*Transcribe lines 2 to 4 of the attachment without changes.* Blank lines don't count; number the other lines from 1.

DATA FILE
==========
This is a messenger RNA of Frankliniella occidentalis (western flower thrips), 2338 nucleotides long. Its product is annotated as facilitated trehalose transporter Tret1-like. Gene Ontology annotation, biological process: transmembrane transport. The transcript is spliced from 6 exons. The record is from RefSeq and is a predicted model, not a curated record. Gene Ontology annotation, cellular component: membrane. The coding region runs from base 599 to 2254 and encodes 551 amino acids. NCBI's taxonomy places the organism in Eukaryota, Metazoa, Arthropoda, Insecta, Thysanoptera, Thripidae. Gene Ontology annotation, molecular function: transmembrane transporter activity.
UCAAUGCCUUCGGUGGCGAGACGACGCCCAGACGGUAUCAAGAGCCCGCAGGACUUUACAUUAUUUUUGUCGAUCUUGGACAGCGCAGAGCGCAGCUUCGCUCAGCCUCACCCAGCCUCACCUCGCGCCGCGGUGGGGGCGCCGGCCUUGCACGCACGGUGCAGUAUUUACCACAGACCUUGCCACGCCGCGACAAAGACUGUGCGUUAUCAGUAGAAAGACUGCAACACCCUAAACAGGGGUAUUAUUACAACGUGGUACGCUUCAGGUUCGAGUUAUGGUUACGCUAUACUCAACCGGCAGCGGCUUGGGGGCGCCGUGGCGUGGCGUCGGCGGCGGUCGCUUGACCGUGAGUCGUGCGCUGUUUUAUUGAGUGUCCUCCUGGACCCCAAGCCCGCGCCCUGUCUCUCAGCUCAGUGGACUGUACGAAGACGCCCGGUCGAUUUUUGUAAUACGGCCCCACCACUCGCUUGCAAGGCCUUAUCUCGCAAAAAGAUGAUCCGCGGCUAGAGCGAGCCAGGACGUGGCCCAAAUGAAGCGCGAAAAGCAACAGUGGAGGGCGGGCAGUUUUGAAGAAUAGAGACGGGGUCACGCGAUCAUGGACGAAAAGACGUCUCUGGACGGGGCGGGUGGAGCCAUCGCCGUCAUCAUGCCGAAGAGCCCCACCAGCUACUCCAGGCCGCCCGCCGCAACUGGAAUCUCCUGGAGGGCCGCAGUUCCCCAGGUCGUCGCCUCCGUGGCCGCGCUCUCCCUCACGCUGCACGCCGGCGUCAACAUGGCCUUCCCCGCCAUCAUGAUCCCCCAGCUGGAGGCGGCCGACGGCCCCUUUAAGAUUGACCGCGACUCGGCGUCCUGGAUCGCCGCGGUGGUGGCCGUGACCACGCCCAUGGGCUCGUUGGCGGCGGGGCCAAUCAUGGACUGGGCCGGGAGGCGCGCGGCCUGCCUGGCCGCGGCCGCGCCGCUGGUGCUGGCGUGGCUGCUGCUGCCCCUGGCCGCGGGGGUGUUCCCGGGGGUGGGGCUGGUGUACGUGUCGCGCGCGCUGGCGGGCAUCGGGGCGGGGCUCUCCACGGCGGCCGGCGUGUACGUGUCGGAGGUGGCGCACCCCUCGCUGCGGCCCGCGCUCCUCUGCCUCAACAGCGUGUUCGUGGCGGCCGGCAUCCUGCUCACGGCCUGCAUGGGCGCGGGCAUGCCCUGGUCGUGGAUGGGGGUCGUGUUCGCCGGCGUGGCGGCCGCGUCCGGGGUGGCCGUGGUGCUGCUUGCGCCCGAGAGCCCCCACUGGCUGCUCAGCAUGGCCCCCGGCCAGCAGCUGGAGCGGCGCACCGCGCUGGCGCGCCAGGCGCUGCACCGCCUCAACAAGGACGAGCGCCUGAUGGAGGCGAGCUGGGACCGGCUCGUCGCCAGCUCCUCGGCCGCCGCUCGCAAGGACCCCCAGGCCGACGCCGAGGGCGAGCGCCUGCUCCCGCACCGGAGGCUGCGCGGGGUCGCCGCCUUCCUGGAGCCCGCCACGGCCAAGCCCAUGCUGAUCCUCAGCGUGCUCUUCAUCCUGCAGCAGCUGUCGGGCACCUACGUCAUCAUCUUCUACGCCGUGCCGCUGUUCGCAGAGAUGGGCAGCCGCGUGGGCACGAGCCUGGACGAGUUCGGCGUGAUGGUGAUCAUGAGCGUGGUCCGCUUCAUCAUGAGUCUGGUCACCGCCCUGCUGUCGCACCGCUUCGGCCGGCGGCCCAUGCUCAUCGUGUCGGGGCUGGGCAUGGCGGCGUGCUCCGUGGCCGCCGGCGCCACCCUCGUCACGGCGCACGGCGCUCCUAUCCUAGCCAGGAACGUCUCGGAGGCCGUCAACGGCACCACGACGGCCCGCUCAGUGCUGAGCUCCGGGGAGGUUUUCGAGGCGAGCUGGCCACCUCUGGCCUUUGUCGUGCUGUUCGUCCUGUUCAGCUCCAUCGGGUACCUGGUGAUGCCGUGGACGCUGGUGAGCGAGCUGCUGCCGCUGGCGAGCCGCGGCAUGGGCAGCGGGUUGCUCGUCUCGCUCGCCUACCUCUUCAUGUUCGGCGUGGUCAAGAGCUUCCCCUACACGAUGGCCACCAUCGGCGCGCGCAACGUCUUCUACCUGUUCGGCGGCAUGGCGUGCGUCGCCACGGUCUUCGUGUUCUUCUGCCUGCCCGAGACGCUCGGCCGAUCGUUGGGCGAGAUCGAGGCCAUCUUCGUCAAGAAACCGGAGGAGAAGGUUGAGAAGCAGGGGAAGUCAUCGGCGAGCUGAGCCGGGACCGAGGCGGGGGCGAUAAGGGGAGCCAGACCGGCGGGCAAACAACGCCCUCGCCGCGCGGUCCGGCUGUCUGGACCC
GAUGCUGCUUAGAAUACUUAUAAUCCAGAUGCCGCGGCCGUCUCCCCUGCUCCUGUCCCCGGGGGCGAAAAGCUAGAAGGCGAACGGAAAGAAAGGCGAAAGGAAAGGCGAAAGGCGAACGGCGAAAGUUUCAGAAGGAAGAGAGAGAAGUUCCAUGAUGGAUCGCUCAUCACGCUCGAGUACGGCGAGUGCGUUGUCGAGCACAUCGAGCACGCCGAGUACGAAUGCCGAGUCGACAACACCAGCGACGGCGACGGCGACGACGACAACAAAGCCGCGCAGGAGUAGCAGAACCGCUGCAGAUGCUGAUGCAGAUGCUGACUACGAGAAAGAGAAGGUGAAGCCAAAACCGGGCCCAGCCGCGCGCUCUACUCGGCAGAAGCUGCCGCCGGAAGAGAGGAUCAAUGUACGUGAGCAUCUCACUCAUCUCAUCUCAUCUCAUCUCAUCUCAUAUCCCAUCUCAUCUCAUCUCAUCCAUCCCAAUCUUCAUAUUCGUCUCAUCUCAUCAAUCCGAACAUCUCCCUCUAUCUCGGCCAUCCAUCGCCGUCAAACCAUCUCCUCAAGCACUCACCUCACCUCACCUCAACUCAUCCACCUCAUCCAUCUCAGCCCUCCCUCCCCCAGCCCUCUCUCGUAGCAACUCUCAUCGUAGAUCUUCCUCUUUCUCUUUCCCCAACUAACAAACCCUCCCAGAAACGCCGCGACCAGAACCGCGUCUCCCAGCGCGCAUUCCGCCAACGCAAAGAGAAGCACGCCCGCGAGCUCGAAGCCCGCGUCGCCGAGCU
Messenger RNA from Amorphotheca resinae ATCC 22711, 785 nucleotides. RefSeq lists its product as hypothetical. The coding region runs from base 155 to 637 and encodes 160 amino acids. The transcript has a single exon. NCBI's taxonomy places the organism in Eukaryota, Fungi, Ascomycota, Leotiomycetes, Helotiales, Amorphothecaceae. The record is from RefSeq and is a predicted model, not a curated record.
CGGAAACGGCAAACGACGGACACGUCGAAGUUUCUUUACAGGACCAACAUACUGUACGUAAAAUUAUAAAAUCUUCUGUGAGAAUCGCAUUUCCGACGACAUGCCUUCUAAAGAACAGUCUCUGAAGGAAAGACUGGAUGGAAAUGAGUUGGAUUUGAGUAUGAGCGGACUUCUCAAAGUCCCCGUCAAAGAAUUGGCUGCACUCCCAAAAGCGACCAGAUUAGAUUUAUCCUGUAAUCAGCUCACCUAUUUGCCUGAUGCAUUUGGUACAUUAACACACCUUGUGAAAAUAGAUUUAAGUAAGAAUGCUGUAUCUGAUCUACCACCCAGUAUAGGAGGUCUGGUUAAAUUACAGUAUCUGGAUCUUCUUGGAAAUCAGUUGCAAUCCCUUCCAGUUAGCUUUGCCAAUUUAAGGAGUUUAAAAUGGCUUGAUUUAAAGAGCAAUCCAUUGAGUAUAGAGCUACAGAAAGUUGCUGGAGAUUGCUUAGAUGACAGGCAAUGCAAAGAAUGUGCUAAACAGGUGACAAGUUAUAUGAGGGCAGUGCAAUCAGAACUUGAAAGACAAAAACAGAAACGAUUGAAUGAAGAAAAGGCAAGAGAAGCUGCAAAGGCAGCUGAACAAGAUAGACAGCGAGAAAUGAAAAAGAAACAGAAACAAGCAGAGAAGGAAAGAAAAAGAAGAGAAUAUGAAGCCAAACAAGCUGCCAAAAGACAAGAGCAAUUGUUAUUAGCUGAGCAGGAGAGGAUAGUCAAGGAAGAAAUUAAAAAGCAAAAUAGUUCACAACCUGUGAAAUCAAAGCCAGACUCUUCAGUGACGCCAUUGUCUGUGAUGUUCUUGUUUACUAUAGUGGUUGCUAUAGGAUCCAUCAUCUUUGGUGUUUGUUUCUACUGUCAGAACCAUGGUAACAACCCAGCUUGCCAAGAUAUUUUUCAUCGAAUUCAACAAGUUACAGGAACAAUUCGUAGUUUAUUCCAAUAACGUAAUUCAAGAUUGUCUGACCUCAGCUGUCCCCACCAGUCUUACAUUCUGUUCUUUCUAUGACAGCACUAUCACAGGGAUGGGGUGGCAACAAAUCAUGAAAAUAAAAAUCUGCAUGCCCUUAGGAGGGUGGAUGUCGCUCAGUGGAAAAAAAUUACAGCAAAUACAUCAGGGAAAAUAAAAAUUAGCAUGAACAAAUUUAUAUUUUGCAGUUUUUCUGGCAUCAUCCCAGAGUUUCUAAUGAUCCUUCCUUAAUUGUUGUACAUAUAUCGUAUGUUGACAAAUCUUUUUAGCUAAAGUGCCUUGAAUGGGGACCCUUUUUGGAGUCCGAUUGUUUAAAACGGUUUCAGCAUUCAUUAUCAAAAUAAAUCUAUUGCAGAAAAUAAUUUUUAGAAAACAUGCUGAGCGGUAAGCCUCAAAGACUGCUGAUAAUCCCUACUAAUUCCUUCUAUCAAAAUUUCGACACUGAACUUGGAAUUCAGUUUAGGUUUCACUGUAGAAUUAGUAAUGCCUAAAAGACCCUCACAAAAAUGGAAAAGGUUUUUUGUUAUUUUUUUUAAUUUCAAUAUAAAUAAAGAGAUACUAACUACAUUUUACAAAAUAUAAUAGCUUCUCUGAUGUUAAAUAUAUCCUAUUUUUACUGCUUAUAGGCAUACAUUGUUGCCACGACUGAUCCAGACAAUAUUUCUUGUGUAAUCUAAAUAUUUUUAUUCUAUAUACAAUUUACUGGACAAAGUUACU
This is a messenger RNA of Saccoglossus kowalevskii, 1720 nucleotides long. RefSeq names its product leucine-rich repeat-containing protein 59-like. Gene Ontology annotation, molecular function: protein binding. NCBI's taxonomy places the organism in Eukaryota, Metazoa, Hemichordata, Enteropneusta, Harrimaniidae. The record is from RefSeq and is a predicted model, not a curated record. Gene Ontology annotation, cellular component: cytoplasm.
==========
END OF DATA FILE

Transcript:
UCAAUGCCUUCGGUGGCGAGACGACGCCCAGACGGUAUCAAGAGCCCGCAGGACUUUACAUUAUUUUUGUCGAUCUUGGACAGCGCAGAGCGCAGCUUCGCUCAGCCUCACCCAGCCUCACCUCGCGCCGCGGUGGGGGCGCCGGCCUUGCACGCACGGUGCAGUAUUUACCACAGACCUUGCCACGCCGCGACAAAGACUGUGCGUUAUCAGUAGAAAGACUGCAACACCCUAAACAGGGGUAUUAUUACAACGUGGUACGCUUCAGGUUCGAGUUAUGGUUACGCUAUACUCAACCGGCAGCGGCUUGGGGGCGCCGUGGCGUGGCGUCGGCGGCGGUCGCUUGACCGUGAGUCGUGCGCUGUUUUAUUGAGUGUCCUCCUGGACCCCAAGCCCGCGCCCUGUCUCUCAGCUCAGUGGACUGUACGAAGACGCCCGGUCGAUUUUUGUAAUACGGCCCCACCACUCGCUUGCAAGGCCUUAUCUCGCAAAAAGAUGAUCCGCGGCUAGAGCGAGCCAGGACGUGGCCCAAAUGAAGCGCGAAAAGCAACAGUGGAGGGCGGGCAGUUUUGAAGAAUAGAGACGGGGUCACGCGAUCAUGGACGAAAAGACGUCUCUGGACGGGGCGGGUGGAGCCAUCGCCGUCAUCAUGCCGAAGAGCCCCACCAGCUACUCCAGGCCGCCCGCCGCAACUGGAAUCUCCUGGAGGGCCGCAGUUCCCCAGGUCGUCGCCUCCGUGGCCGCGCUCUCCCUCACGCUGCACGCCGGCGUCAACAUGGCCUUCCCCGCCAUCAUGAUCCCCCAGCUGGAGGCGGCCGACGGCCCCUUUAAGAUUGACCGCGACUCGGCGUCCUGGAUCGCCGCGGUGGUGGCCGUGACCACGCCCAUGGGCUCGUUGGCGGCGGGGCCAAUCAUGGACUGGGCCGGGAGGCGCGCGGCCUGCCUGGCCGCGGCCGCGCCGCUGGUGCUGGCGUGGCUGCUGCUGCCCCUGGCCGCGGGGGUGUUCCCGGGGGUGGGGCUGGUGUACGUGUCGCGCGCGCUGGCGGGCAUCGGGGCGGGGCUCUCCACGGCGGCCGGCGUGUACGUGUCGGAGGUGGCGCACCCCUCGCUGCGGCCCGCGCUCCUCUGCCUCAACAGCGUGUUCGUGGCGGCCGGCAUCCUGCUCACGGCCUGCAUGGGCGCGGGCAUGCCCUGGUCGUGGAUGGGGGUCGUGUUCGCCGGCGUGGCGGCCGCGUCCGGGGUGGCCGUGGUGCUGCUUGCGCCCGAGAGCCCCCACUGGCUGCUCAGCAUGGCCCCCGGCCAGCAGCUGGAGCGGCGCACCGCGCUGGCGCGCCAGGCGCUGCACCGCCUCAACAAGGACGAGCGCCUGAUGGAGGCGAGCUGGGACCGGCUCGUCGCCAGCUCCUCGGCCGCCGCUCGCAAGGACCCCCAGGCCGACGCCGAGGGCGAGCGCCUGCUCCCGCACCGGAGGCUGCGCGGGGUCGCCGCCUUCCUGGAGCCCGCCACGGCCAAGCCCAUGCUGAUCCUCAGCGUGCUCUUCAUCCUGCAGCAGCUGUCGGGCACCUACGUCAUCAUCUUCUACGCCGUGCCGCUGUUCGCAGAGAUGGGCAGCCGCGUGGGCACGAGCCUGGACGAGUUCGGCGUGAUGGUGAUCAUGAGCGUGGUCCGCUUCAUCAUGAGUCUGGUCACCGCCCUGCUGUCGCACCGCUUCGGCCGGCGGCCCAUGCUCAUCGUGUCGGGGCUGGGCAUGGCGGCGUGCUCCGUGGCCGCCGGCGCCACCCUCGUCACGGCGCACGGCGCUCCUAUCCUAGCCAGGAACGUCUCGGAGGCCGUCAACGGCACCACGACGGCCCGCUCAGUGCUGAGCUCCGGGGAGGUUUUCGAGGCGAGCUGGCCACCUCUGGCCUUUGUCGUGCUGUUCGUCCUGUUCAGCUCCAUCGGGUACCUGGUGAUGCCGUGGACGCUGGUGAGCGAGCUGCUGCCGCUGGCGAGCCGCGGCAUGGGCAGCGGGUUGCUCGUCUCGCUCGCCUACCUCUUCAUGUUCGGCGUGGUCAAGAGCUUCCCCUACACGAUGGCCACCAUCGGCGCGCGCAACGUCUUCUACCUGUUCGGCGGCAUGGCGUGCGUCGCCACGGUCUUCGUGUUCUUCUGCCUGCCCGAGACGCUCGGCCGAUCGUUGGGCGAGAUCGAGGCCAUCUUCGUCAAGAAACCGGAGGAGAAGGUUGAGAAGCAGGGGAAGUCAUCGGCGAGCUGAGCCGGGACCGAGGCGGGGGCGAUAAGGGGAGCCAGACCGGCGGGCAAACAACGCCCUCGCCGCGCGGUCCGGCUGUCUGGACCC
GAUGCUGCUUAGAAUACUUAUAAUCCAGAUGCCGCGGCCGUCUCCCCUGCUCCUGUCCCCGGGGGCGAAAAGCUAGAAGGCGAACGGAAAGAAAGGCGAAAGGAAAGGCGAAAGGCGAACGGCGAAAGUUUCAGAAGGAAGAGAGAGAAGUUCCAUGAUGGAUCGCUCAUCACGCUCGAGUACGGCGAGUGCGUUGUCGAGCACAUCGAGCACGCCGAGUACGAAUGCCGAGUCGACAACACCAGCGACGGCGACGGCGACGACGACAACAAAGCCGCGCAGGAGUAGCAGAACCGCUGCAGAUGCUGAUGCAGAUGCUGACUACGAGAAAGAGAAGGUGAAGCCAAAACCGGGCCCAGCCGCGCGCUCUACUCGGCAGAAGCUGCCGCCGGAAGAGAGGAUCAAUGUACGUGAGCAUCUCACUCAUCUCAUCUCAUCUCAUCUCAUCUCAUAUCCCAUCUCAUCUCAUCUCAUCCAUCCCAAUCUUCAUAUUCGUCUCAUCUCAUCAAUCCGAACAUCUCCCUCUAUCUCGGCCAUCCAUCGCCGUCAAACCAUCUCCUCAAGCACUCACCUCACCUCACCUCAACUCAUCCACCUCAUCCAUCUCAGCCCUCCCUCCCCCAGCCCUCUCUCGUAGCAACUCUCAUCGUAGAUCUUCCUCUUUCUCUUUCCCCAACUAACAAACCCUCCCAGAAACGCCGCGACCAGAACCGCGUCUCCCAGCGCGCAUUCCGCCAACGCAAAGAGAAGCACGCCCGCGAGCUCGAAGCCCGCGUCGCCGAGCU
Messenger RNA from Amorphotheca resinae ATCC 22711, 785 nucleotides. RefSeq lists its product as hypothetical. The coding region runs from base 155 to 637 and encodes 160 amino acids. The transcript has a single exon. NCBI's taxonomy places the organism in Eukaryota, Fungi, Ascomycota, Leotiomycetes, Helotiales, Amorphothecaceae. The record is from RefSeq and is a predicted model, not a curated record.